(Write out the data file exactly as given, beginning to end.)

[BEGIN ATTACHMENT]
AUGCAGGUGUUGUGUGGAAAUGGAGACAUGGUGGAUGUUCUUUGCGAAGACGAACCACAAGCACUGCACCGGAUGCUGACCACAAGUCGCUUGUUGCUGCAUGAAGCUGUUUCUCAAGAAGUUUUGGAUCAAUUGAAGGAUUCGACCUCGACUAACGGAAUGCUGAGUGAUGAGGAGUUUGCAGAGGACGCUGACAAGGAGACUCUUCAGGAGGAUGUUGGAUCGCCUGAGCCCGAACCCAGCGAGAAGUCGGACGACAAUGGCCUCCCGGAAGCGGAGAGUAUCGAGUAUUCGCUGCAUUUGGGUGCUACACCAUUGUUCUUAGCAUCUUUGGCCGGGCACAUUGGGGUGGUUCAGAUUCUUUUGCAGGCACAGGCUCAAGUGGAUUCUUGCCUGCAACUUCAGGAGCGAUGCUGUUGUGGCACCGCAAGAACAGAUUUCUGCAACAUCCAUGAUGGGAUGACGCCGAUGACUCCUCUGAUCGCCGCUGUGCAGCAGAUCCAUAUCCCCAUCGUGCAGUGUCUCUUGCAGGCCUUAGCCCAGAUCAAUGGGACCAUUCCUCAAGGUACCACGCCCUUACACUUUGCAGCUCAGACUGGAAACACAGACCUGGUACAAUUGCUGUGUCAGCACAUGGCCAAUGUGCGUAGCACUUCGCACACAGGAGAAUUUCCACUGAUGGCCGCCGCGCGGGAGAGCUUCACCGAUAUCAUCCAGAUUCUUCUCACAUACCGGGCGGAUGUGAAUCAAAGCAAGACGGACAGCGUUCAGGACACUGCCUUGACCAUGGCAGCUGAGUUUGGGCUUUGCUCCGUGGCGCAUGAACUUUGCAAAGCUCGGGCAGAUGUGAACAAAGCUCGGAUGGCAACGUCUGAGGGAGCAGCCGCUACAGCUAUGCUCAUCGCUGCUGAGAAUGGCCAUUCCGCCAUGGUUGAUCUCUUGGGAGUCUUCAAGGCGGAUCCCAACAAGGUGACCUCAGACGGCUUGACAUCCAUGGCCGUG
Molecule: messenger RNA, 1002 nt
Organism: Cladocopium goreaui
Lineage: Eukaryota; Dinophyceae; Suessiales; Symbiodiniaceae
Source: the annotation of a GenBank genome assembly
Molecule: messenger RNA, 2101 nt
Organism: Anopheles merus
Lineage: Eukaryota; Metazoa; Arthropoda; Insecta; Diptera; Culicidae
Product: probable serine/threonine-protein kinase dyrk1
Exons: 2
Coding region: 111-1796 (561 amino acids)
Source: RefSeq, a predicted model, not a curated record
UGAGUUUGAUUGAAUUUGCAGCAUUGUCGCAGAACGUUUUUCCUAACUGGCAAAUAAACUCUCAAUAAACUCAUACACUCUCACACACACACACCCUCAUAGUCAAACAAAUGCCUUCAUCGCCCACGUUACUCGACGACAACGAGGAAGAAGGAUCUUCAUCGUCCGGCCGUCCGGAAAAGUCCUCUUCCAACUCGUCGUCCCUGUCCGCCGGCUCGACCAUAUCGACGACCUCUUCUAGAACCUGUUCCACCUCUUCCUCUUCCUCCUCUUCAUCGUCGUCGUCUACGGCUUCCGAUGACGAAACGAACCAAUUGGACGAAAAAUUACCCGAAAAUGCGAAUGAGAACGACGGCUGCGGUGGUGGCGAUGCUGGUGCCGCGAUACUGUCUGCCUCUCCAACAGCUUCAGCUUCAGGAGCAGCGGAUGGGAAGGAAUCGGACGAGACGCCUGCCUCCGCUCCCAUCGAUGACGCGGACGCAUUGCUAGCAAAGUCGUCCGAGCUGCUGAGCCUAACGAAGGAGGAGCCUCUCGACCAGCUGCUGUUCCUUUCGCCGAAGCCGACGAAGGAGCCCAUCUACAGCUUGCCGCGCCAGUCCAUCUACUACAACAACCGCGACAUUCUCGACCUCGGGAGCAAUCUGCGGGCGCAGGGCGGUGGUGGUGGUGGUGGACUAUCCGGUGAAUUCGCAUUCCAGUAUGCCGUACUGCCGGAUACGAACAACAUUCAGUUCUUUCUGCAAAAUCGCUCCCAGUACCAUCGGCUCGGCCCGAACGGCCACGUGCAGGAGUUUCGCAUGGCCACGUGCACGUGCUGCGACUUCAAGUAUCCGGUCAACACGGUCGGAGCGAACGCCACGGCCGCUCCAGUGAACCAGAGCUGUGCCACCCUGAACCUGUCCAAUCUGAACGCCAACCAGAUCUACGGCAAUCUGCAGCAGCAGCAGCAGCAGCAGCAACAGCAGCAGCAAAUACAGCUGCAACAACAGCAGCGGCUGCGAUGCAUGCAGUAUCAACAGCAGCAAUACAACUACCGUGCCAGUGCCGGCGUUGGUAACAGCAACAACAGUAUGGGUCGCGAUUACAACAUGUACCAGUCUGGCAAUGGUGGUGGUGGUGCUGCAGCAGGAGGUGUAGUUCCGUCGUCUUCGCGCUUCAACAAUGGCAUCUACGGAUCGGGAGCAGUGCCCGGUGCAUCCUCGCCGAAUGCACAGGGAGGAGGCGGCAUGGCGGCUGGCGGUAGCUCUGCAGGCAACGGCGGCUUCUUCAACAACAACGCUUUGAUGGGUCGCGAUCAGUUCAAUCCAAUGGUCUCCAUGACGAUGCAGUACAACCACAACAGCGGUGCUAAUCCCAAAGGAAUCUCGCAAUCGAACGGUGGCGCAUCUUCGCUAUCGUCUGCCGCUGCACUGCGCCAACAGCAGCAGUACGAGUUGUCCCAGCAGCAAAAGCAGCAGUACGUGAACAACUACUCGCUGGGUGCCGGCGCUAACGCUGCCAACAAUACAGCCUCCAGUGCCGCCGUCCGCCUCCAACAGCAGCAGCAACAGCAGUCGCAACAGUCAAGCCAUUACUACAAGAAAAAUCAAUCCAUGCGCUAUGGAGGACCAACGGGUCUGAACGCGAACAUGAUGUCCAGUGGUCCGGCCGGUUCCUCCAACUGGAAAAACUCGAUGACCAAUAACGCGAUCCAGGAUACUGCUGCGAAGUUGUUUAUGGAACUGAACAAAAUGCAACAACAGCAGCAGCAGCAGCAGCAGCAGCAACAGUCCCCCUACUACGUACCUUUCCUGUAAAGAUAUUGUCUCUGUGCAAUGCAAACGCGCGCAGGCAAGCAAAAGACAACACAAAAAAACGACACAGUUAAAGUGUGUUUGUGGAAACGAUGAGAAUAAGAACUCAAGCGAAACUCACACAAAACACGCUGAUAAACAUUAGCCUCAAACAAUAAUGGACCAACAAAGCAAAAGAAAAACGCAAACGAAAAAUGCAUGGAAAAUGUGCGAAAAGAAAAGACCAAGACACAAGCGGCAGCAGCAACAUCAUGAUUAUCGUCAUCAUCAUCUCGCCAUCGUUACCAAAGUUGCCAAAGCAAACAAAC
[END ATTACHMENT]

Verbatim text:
AUGCAGGUGUUGUGUGGAAAUGGAGACAUGGUGGAUGUUCUUUGCGAAGACGAACCACAAGCACUGCACCGGAUGCUGACCACAAGUCGCUUGUUGCUGCAUGAAGCUGUUUCUCAAGAAGUUUUGGAUCAAUUGAAGGAUUCGACCUCGACUAACGGAAUGCUGAGUGAUGAGGAGUUUGCAGAGGACGCUGACAAGGAGACUCUUCAGGAGGAUGUUGGAUCGCCUGAGCCCGAACCCAGCGAGAAGUCGGACGACAAUGGCCUCCCGGAAGCGGAGAGUAUCGAGUAUUCGCUGCAUUUGGGUGCUACACCAUUGUUCUUAGCAUCUUUGGCCGGGCACAUUGGGGUGGUUCAGAUUCUUUUGCAGGCACAGGCUCAAGUGGAUUCUUGCCUGCAACUUCAGGAGCGAUGCUGUUGUGGCACCGCAAGAACAGAUUUCUGCAACAUCCAUGAUGGGAUGACGCCGAUGACUCCUCUGAUCGCCGCUGUGCAGCAGAUCCAUAUCCCCAUCGUGCAGUGUCUCUUGCAGGCCUUAGCCCAGAUCAAUGGGACCAUUCCUCAAGGUACCACGCCCUUACACUUUGCAGCUCAGACUGGAAACACAGACCUGGUACAAUUGCUGUGUCAGCACAUGGCCAAUGUGCGUAGCACUUCGCACACAGGAGAAUUUCCACUGAUGGCCGCCGCGCGGGAGAGCUUCACCGAUAUCAUCCAGAUUCUUCUCACAUACCGGGCGGAUGUGAAUCAAAGCAAGACGGACAGCGUUCAGGACACUGCCUUGACCAUGGCAGCUGAGUUUGGGCUUUGCUCCGUGGCGCAUGAACUUUGCAAAGCUCGGGCAGAUGUGAACAAAGCUCGGAUGGCAACGUCUGAGGGAGCAGCCGCUACAGCUAUGCUCAUCGCUGCUGAGAAUGGCCAUUCCGCCAUGGUUGAUCUCUUGGGAGUCUUCAAGGCGGAUCCCAACAAGGUGACCUCAGACGGCUUGACAUCCAUGGCCGUG
Molecule: messenger RNA, 1002 nt
Organism: Cladocopium goreaui
Lineage: Eukaryota; Dinophyceae; Suessiales; Symbiodiniaceae
Source: the annotation of a GenBank genome assembly
Molecule: messenger RNA, 2101 nt
Organism: Anopheles merus
Lineage: Eukaryota; Metazoa; Arthropoda; Insecta; Diptera; Culicidae
Product: probable serine/threonine-protein kinase dyrk1
Exons: 2
Coding region: 111-1796 (561 amino acids)
Source: RefSeq, a predicted model, not a curated record
UGAGUUUGAUUGAAUUUGCAGCAUUGUCGCAGAACGUUUUUCCUAACUGGCAAAUAAACUCUCAAUAAACUCAUACACUCUCACACACACACACCCUCAUAGUCAAACAAAUGCCUUCAUCGCCCACGUUACUCGACGACAACGAGGAAGAAGGAUCUUCAUCGUCCGGCCGUCCGGAAAAGUCCUCUUCCAACUCGUCGUCCCUGUCCGCCGGCUCGACCAUAUCGACGACCUCUUCUAGAACCUGUUCCACCUCUUCCUCUUCCUCCUCUUCAUCGUCGUCGUCUACGGCUUCCGAUGACGAAACGAACCAAUUGGACGAAAAAUUACCCGAAAAUGCGAAUGAGAACGACGGCUGCGGUGGUGGCGAUGCUGGUGCCGCGAUACUGUCUGCCUCUCCAACAGCUUCAGCUUCAGGAGCAGCGGAUGGGAAGGAAUCGGACGAGACGCCUGCCUCCGCUCCCAUCGAUGACGCGGACGCAUUGCUAGCAAAGUCGUCCGAGCUGCUGAGCCUAACGAAGGAGGAGCCUCUCGACCAGCUGCUGUUCCUUUCGCCGAAGCCGACGAAGGAGCCCAUCUACAGCUUGCCGCGCCAGUCCAUCUACUACAACAACCGCGACAUUCUCGACCUCGGGAGCAAUCUGCGGGCGCAGGGCGGUGGUGGUGGUGGUGGACUAUCCGGUGAAUUCGCAUUCCAGUAUGCCGUACUGCCGGAUACGAACAACAUUCAGUUCUUUCUGCAAAAUCGCUCCCAGUACCAUCGGCUCGGCCCGAACGGCCACGUGCAGGAGUUUCGCAUGGCCACGUGCACGUGCUGCGACUUCAAGUAUCCGGUCAACACGGUCGGAGCGAACGCCACGGCCGCUCCAGUGAACCAGAGCUGUGCCACCCUGAACCUGUCCAAUCUGAACGCCAACCAGAUCUACGGCAAUCUGCAGCAGCAGCAGCAGCAGCAGCAACAGCAGCAGCAAAUACAGCUGCAACAACAGCAGCGGCUGCGAUGCAUGCAGUAUCAACAGCAGCAAUACAACUACCGUGCCAGUGCCGGCGUUGGUAACAGCAACAACAGUAUGGGUCGCGAUUACAACAUGUACCAGUCUGGCAAUGGUGGUGGUGGUGCUGCAGCAGGAGGUGUAGUUCCGUCGUCUUCGCGCUUCAACAAUGGCAUCUACGGAUCGGGAGCAGUGCCCGGUGCAUCCUCGCCGAAUGCACAGGGAGGAGGCGGCAUGGCGGCUGGCGGUAGCUCUGCAGGCAACGGCGGCUUCUUCAACAACAACGCUUUGAUGGGUCGCGAUCAGUUCAAUCCAAUGGUCUCCAUGACGAUGCAGUACAACCACAACAGCGGUGCUAAUCCCAAAGGAAUCUCGCAAUCGAACGGUGGCGCAUCUUCGCUAUCGUCUGCCGCUGCACUGCGCCAACAGCAGCAGUACGAGUUGUCCCAGCAGCAAAAGCAGCAGUACGUGAACAACUACUCGCUGGGUGCCGGCGCUAACGCUGCCAACAAUACAGCCUCCAGUGCCGCCGUCCGCCUCCAACAGCAGCAGCAACAGCAGUCGCAACAGUCAAGCCAUUACUACAAGAAAAAUCAAUCCAUGCGCUAUGGAGGACCAACGGGUCUGAACGCGAACAUGAUGUCCAGUGGUCCGGCCGGUUCCUCCAACUGGAAAAACUCGAUGACCAAUAACGCGAUCCAGGAUACUGCUGCGAAGUUGUUUAUGGAACUGAACAAAAUGCAACAACAGCAGCAGCAGCAGCAGCAGCAGCAACAGUCCCCCUACUACGUACCUUUCCUGUAAAGAUAUUGUCUCUGUGCAAUGCAAACGCGCGCAGGCAAGCAAAAGACAACACAAAAAAACGACACAGUUAAAGUGUGUUUGUGGAAACGAUGAGAAUAAGAACUCAAGCGAAACUCACACAAAACACGCUGAUAAACAUUAGCCUCAAACAAUAAUGGACCAACAAAGCAAAAGAAAAACGCAAACGAAAAAUGCAUGGAAAAUGUGCGAAAAGAAAAGACCAAGACACAAGCGGCAGCAGCAACAUCAUGAUUAUCGUCAUCAUCAUCUCGCCAUCGUUACCAAAGUUGCCAAAGCAAACAAAC